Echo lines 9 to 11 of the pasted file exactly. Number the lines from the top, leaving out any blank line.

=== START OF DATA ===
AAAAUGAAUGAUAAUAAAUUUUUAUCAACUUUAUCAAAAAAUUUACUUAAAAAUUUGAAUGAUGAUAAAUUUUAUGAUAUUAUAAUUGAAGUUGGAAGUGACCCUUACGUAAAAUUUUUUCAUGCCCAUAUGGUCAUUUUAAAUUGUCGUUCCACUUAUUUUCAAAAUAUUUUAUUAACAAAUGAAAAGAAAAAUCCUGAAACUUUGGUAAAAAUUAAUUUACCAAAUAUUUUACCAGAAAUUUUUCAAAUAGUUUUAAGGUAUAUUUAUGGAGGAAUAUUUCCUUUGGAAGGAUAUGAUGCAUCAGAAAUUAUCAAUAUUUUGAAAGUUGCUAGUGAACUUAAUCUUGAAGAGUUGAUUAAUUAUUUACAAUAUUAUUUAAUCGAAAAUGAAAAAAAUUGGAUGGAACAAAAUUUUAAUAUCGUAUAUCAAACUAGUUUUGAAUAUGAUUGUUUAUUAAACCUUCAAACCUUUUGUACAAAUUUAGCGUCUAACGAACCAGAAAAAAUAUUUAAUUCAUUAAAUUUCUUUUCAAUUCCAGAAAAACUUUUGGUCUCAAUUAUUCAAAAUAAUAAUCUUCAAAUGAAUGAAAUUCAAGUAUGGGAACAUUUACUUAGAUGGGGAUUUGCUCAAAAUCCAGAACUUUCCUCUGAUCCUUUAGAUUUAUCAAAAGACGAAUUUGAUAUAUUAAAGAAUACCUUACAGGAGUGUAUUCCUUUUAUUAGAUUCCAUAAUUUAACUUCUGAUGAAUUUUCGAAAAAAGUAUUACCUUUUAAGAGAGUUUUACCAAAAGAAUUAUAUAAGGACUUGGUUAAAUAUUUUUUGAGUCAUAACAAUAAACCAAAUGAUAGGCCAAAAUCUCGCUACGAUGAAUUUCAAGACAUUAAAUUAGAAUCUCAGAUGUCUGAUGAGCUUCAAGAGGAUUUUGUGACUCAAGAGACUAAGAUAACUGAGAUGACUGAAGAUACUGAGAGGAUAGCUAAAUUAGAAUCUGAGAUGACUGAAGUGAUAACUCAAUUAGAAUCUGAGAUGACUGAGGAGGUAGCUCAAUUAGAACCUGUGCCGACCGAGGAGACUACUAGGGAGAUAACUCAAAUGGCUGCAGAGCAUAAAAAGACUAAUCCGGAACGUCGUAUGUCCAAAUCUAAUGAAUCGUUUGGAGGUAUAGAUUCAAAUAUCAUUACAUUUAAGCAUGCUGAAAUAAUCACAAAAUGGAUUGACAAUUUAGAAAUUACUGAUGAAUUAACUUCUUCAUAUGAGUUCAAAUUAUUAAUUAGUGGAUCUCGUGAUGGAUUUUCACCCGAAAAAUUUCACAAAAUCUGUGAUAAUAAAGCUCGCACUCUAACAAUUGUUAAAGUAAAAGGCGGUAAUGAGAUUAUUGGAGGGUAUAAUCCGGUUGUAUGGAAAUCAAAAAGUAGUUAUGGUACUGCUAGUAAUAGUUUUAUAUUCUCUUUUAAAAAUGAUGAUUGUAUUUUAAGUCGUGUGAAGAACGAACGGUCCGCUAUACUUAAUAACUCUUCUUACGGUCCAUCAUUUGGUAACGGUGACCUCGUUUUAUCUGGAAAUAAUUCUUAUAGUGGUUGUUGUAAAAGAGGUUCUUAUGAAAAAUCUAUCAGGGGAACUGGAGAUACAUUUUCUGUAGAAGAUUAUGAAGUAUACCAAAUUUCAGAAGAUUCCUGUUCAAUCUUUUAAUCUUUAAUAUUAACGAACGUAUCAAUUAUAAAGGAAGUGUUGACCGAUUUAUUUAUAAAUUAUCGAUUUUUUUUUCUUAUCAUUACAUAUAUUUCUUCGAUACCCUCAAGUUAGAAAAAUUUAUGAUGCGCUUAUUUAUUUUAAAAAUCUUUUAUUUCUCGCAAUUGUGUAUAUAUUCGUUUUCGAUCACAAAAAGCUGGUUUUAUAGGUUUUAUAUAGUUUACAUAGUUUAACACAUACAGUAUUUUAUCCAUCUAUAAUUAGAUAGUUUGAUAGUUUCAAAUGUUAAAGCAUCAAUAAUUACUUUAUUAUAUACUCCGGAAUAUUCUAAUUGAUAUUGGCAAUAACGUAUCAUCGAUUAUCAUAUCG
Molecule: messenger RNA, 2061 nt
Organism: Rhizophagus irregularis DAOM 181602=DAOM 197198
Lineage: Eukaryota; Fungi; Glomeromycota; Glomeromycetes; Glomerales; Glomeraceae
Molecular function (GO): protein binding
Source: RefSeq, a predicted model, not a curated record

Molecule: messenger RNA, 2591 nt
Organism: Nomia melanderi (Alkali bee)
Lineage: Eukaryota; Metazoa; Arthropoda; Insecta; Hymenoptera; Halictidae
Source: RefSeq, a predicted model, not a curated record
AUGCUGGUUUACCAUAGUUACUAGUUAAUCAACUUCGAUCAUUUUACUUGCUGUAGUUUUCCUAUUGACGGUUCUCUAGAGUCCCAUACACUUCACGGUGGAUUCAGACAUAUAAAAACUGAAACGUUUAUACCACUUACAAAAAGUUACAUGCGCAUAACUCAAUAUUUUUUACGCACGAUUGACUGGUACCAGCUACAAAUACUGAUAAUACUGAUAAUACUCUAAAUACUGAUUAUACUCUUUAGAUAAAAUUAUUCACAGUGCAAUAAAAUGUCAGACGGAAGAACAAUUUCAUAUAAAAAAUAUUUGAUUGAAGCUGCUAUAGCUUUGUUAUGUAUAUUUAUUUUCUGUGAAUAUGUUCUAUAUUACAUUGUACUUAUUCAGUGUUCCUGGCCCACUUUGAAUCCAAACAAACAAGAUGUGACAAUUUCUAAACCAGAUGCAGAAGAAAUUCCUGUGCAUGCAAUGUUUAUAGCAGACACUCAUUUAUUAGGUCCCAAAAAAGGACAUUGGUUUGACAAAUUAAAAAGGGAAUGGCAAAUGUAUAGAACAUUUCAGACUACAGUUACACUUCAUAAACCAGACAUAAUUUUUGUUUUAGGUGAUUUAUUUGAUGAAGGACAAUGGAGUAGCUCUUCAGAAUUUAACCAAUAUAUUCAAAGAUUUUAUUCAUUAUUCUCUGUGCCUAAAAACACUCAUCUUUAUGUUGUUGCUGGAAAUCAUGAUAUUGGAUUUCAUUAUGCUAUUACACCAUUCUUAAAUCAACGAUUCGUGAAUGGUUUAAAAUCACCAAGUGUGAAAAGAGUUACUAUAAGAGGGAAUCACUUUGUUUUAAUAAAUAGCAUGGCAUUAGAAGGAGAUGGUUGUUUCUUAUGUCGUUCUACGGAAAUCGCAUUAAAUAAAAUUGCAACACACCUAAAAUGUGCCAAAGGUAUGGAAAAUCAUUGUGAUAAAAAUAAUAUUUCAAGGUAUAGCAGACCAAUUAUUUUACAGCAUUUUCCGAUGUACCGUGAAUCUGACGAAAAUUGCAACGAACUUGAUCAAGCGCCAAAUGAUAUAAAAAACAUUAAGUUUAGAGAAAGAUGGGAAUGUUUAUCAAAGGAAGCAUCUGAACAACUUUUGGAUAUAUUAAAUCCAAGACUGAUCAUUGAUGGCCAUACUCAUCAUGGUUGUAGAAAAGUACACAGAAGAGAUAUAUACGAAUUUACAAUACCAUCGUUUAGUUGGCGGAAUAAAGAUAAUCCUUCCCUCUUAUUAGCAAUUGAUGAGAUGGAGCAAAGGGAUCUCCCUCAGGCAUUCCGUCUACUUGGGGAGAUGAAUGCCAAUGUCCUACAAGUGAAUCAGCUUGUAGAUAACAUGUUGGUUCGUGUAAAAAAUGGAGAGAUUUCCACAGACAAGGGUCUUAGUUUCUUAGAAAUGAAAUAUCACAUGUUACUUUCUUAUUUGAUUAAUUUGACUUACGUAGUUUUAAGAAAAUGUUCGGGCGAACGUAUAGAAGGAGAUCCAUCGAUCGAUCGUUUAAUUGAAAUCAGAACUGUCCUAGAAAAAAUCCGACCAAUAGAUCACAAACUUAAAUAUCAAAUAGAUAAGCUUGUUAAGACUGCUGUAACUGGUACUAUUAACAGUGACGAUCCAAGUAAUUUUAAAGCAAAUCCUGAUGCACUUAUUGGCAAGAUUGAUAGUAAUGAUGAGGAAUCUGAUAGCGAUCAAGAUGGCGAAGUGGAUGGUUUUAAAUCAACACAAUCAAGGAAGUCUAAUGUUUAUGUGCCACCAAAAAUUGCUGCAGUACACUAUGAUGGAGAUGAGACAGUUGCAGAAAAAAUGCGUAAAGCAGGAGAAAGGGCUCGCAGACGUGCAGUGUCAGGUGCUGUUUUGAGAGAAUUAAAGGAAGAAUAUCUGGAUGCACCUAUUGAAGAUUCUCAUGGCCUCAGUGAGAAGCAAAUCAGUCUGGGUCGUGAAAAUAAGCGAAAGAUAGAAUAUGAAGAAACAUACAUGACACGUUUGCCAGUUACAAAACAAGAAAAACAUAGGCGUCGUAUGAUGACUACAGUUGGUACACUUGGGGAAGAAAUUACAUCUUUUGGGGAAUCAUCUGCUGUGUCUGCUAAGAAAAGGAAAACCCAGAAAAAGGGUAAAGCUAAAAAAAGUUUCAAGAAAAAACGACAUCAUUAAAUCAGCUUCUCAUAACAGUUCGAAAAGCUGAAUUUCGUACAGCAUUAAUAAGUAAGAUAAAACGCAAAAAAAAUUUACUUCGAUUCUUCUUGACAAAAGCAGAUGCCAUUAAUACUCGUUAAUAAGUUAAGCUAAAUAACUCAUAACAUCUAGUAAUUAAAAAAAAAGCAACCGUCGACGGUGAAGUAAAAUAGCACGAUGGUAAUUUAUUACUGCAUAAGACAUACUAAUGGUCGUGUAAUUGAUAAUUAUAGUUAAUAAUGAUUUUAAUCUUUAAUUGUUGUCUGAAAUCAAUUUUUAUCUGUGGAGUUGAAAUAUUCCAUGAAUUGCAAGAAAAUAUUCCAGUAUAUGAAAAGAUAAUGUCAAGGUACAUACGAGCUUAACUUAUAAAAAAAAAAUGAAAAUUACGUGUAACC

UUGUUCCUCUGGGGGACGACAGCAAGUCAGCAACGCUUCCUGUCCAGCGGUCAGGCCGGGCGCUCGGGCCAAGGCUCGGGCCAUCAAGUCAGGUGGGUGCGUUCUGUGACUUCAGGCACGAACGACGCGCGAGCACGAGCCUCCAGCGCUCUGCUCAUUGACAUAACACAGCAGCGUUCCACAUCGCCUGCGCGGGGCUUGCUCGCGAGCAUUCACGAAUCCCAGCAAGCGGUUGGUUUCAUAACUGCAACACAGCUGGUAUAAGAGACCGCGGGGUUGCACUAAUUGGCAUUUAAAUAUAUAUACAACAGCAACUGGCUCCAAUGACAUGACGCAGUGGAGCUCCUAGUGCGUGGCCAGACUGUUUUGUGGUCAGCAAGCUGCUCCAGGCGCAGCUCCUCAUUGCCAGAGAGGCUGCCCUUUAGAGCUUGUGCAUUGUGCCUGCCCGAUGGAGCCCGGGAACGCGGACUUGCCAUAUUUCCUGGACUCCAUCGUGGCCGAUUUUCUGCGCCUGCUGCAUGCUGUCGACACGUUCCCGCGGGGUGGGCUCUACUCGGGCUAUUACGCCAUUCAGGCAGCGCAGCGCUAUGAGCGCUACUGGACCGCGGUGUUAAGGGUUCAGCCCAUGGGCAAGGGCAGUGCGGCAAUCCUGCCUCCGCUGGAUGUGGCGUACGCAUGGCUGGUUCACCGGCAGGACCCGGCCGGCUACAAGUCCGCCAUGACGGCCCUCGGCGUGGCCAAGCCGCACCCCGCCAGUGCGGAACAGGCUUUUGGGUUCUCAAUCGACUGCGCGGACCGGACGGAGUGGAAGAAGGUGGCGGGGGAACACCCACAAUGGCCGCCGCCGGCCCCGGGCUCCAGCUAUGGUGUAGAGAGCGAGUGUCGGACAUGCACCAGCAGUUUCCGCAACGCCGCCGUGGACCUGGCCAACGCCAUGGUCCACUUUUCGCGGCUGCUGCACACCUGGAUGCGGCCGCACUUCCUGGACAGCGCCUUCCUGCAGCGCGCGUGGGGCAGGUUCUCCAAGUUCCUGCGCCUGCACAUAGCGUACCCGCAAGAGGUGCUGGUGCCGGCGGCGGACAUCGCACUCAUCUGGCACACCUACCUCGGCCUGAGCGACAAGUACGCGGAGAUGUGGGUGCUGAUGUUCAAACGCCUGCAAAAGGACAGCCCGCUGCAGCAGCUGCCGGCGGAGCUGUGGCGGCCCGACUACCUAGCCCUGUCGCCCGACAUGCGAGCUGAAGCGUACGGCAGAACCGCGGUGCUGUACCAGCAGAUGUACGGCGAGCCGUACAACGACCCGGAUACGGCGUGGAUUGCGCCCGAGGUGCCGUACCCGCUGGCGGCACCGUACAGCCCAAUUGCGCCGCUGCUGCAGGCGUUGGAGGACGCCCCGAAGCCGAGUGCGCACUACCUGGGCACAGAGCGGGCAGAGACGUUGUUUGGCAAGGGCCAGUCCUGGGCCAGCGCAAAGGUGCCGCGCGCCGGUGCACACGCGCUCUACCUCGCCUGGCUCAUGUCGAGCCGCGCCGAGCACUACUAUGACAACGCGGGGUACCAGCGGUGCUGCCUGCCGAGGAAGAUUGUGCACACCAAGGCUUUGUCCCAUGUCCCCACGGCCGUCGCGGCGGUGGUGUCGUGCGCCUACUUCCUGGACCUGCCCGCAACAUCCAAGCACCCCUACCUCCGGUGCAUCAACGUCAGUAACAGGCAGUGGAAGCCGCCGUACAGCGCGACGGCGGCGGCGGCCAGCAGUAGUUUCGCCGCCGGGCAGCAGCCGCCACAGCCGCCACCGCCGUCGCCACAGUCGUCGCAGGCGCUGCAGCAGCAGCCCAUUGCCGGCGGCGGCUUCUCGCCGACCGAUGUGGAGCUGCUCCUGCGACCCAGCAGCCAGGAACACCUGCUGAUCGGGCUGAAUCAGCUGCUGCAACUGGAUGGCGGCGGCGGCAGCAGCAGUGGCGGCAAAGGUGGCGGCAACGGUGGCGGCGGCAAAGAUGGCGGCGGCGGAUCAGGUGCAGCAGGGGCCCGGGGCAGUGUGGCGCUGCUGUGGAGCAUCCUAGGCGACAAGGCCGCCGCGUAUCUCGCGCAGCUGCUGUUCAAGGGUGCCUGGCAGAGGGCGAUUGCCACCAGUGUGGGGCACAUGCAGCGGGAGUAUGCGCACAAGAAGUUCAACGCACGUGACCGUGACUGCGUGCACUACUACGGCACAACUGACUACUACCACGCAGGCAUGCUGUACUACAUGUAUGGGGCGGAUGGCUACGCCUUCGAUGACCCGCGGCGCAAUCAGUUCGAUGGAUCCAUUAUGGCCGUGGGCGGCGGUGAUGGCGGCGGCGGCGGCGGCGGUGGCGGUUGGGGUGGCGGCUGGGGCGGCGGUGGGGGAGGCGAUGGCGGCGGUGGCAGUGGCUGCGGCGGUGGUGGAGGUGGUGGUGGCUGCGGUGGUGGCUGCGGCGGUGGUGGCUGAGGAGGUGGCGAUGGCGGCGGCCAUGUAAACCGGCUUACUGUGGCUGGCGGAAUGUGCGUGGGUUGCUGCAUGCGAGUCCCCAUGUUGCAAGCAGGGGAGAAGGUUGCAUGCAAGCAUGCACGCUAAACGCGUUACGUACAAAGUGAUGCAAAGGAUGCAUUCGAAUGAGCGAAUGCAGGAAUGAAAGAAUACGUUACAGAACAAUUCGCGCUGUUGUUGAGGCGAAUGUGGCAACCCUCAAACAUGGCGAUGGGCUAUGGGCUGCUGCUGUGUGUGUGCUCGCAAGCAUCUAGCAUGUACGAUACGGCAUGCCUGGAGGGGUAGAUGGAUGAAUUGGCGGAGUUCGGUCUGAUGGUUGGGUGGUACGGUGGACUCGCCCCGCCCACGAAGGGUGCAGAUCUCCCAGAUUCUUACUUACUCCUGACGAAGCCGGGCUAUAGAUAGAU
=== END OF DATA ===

Lineage: Eukaryota; Metazoa; Arthropoda; Insecta; Hymenoptera; Halictidae
Source: RefSeq, a predicted model, not a curated record
AUGCUGGUUUACCAUAGUUACUAGUUAAUCAACUUCGAUCAUUUUACUUGCUGUAGUUUUCCUAUUGACGGUUCUCUAGAGUCCCAUACACUUCACGGUGGAUUCAGACAUAUAAAAACUGAAACGUUUAUACCACUUACAAAAAGUUACAUGCGCAUAACUCAAUAUUUUUUACGCACGAUUGACUGGUACCAGCUACAAAUACUGAUAAUACUGAUAAUACUCUAAAUACUGAUUAUACUCUUUAGAUAAAAUUAUUCACAGUGCAAUAAAAUGUCAGACGGAAGAACAAUUUCAUAUAAAAAAUAUUUGAUUGAAGCUGCUAUAGCUUUGUUAUGUAUAUUUAUUUUCUGUGAAUAUGUUCUAUAUUACAUUGUACUUAUUCAGUGUUCCUGGCCCACUUUGAAUCCAAACAAACAAGAUGUGACAAUUUCUAAACCAGAUGCAGAAGAAAUUCCUGUGCAUGCAAUGUUUAUAGCAGACACUCAUUUAUUAGGUCCCAAAAAAGGACAUUGGUUUGACAAAUUAAAAAGGGAAUGGCAAAUGUAUAGAACAUUUCAGACUACAGUUACACUUCAUAAACCAGACAUAAUUUUUGUUUUAGGUGAUUUAUUUGAUGAAGGACAAUGGAGUAGCUCUUCAGAAUUUAACCAAUAUAUUCAAAGAUUUUAUUCAUUAUUCUCUGUGCCUAAAAACACUCAUCUUUAUGUUGUUGCUGGAAAUCAUGAUAUUGGAUUUCAUUAUGCUAUUACACCAUUCUUAAAUCAACGAUUCGUGAAUGGUUUAAAAUCACCAAGUGUGAAAAGAGUUACUAUAAGAGGGAAUCACUUUGUUUUAAUAAAUAGCAUGGCAUUAGAAGGAGAUGGUUGUUUCUUAUGUCGUUCUACGGAAAUCGCAUUAAAUAAAAUUGCAACACACCUAAAAUGUGCCAAAGGUAUGGAAAAUCAUUGUGAUAAAAAUAAUAUUUCAAGGUAUAGCAGACCAAUUAUUUUACAGCAUUUUCCGAUGUACCGUGAAUCUGACGAAAAUUGCAACGAACUUGAUCAAGCGCCAAAUGAUAUAAAAAACAUUAAGUUUAGAGAAAGAUGGGAAUGUUUAUCAAAGGAAGCAUCUGAACAACUUUUGGAUAUAUUAAAUCCAAGACUGAUCAUUGAUGGCCAUACUCAUCAUGGUUGUAGAAAAGUACACAGAAGAGAUAUAUACGAAUUUACAAUACCAUCGUUUAGUUGGCGGAAUAAAGAUAAUCCUUCCCUCUUAUUAGCAAUUGAUGAGAUGGAGCAAAGGGAUCUCCCUCAGGCAUUCCGUCUACUUGGGGAGAUGAAUGCCAAUGUCCUACAAGUGAAUCAGCUUGUAGAUAACAUGUUGGUUCGUGUAAAAAAUGGAGAGAUUUCCACAGACAAGGGUCUUAGUUUCUUAGAAAUGAAAUAUCACAUGUUACUUUCUUAUUUGAUUAAUUUGACUUACGUAGUUUUAAGAAAAUGUUCGGGCGAACGUAUAGAAGGAGAUCCAUCGAUCGAUCGUUUAAUUGAAAUCAGAACUGUCCUAGAAAAAAUCCGACCAAUAGAUCACAAACUUAAAUAUCAAAUAGAUAAGCUUGUUAAGACUGCUGUAACUGGUACUAUUAACAGUGACGAUCCAAGUAAUUUUAAAGCAAAUCCUGAUGCACUUAUUGGCAAGAUUGAUAGUAAUGAUGAGGAAUCUGAUAGCGAUCAAGAUGGCGAAGUGGAUGGUUUUAAAUCAACACAAUCAAGGAAGUCUAAUGUUUAUGUGCCACCAAAAAUUGCUGCAGUACACUAUGAUGGAGAUGAGACAGUUGCAGAAAAAAUGCGUAAAGCAGGAGAAAGGGCUCGCAGACGUGCAGUGUCAGGUGCUGUUUUGAGAGAAUUAAAGGAAGAAUAUCUGGAUGCACCUAUUGAAGAUUCUCAUGGCCUCAGUGAGAAGCAAAUCAGUCUGGGUCGUGAAAAUAAGCGAAAGAUAGAAUAUGAAGAAACAUACAUGACACGUUUGCCAGUUACAAAACAAGAAAAACAUAGGCGUCGUAUGAUGACUACAGUUGGUACACUUGGGGAAGAAAUUACAUCUUUUGGGGAAUCAUCUGCUGUGUCUGCUAAGAAAAGGAAAACCCAGAAAAAGGGUAAAGCUAAAAAAAGUUUCAAGAAAAAACGACAUCAUUAAAUCAGCUUCUCAUAACAGUUCGAAAAGCUGAAUUUCGUACAGCAUUAAUAAGUAAGAUAAAACGCAAAAAAAAUUUACUUCGAUUCUUCUUGACAAAAGCAGAUGCCAUUAAUACUCGUUAAUAAGUUAAGCUAAAUAACUCAUAACAUCUAGUAAUUAAAAAAAAAGCAACCGUCGACGGUGAAGUAAAAUAGCACGAUGGUAAUUUAUUACUGCAUAAGACAUACUAAUGGUCGUGUAAUUGAUAAUUAUAGUUAAUAAUGAUUUUAAUCUUUAAUUGUUGUCUGAAAUCAAUUUUUAUCUGUGGAGUUGAAAUAUUCCAUGAAUUGCAAGAAAAUAUUCCAGUAUAUGAAAAGAUAAUGUCAAGGUACAUACGAGCUUAACUUAUAAAAAAAAAAUGAAAAUUACGUGUAACC